• The market averages for two-year, three-year and five-year deals all increased between October and December.
  • Five-year deals were hit hardest, with (40%) of providers raising their average rates for this deal type.
  • This compared to just over a quarter of two-year (26%) and three-year deals (28%).

The biggest hikes came from Monmouthshire BS and Allied Irish Bank, which increased at least one deal by 0.45%. Meanwhile, the biggest decrease saw a reduction of 0.76% on a Newbury BS three-year deal.

Overall, 497 fixed-rate deals changed following November’s base rate-rise with the majority of movement coming through rate hikes, (224 deals). 75 deal rates increased by more than 0.2%, while 25 of these passed on the full 0.25%. Of note, 135 deals were actually withdrawn, including four out of the 10 lowest-rated two-year deals, three out of the top five lowest rate three-year deals, and one out of the 10 lowest-rate five year deals. Meanwhile, 138 deals saw reductions.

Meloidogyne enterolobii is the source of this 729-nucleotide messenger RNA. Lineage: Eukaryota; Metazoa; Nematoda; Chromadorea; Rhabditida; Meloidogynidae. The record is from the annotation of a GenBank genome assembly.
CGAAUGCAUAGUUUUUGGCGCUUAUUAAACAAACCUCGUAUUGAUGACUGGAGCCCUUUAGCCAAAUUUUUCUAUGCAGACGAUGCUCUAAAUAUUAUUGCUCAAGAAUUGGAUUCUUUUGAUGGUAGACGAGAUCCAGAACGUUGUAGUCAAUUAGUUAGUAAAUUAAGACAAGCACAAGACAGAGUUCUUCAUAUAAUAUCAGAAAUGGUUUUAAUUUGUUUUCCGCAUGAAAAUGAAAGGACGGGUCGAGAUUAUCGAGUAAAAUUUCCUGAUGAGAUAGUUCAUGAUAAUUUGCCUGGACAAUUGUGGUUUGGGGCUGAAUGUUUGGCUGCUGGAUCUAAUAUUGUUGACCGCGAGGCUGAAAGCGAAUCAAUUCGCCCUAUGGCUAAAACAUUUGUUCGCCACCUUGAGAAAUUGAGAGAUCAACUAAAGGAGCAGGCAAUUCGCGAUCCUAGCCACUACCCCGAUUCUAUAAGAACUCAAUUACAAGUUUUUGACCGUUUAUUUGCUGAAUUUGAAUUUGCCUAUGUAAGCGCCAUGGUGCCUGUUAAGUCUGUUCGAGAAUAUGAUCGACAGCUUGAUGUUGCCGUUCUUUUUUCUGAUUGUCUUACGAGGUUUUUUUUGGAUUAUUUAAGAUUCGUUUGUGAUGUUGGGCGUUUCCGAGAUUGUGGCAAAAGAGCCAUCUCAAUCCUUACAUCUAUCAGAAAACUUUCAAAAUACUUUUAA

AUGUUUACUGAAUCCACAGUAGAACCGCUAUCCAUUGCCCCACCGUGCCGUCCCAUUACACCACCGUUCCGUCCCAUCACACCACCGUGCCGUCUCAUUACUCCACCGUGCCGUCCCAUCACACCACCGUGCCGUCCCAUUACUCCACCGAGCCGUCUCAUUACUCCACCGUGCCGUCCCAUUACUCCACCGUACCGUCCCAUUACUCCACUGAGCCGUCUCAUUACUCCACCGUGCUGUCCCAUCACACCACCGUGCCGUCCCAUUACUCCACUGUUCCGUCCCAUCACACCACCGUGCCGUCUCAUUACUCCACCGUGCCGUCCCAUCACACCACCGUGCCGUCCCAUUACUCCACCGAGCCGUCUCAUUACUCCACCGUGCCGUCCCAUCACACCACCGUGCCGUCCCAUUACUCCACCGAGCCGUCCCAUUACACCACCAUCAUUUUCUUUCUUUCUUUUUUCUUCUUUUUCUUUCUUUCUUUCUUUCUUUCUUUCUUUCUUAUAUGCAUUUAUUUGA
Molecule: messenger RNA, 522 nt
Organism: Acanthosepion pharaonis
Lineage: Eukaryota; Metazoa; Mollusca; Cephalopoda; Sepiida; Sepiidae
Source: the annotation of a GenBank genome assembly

Gareth Shaw, Which? Money Expert, said:

“The last base rate rise saw clear double standards from some financial institutions, hiking the bills of mortgage holders, while denying savers the full benefit and actually withdrawing some of the most competitive deals altogether. Ahead of a possible future rate rise, we’re calling on banks and providers to be fair to their customers across the board.”

David Blake, Principal Mortgage Adviser, Which? Mortgage Advisers, said:

“If we see a repeat of last time, and savings rates stay lower than mortgage rates, you should consider putting any surplus funds you might have into your mortgage as an over-payment. You could also consider mortgaging to an offset product if you have savings in reserve, as this could be a good option to maximise their use.

“Ahead of a possible rise, it’s important to plan ahead and properly understand the impact a rate rise would have on your mortgage payments. Even if you are currently locked into a mortgage product, it’s still worth looking into re-mortgaging to a long-term fixed-rate to help protect yourself from the financial shock of future rate rises.”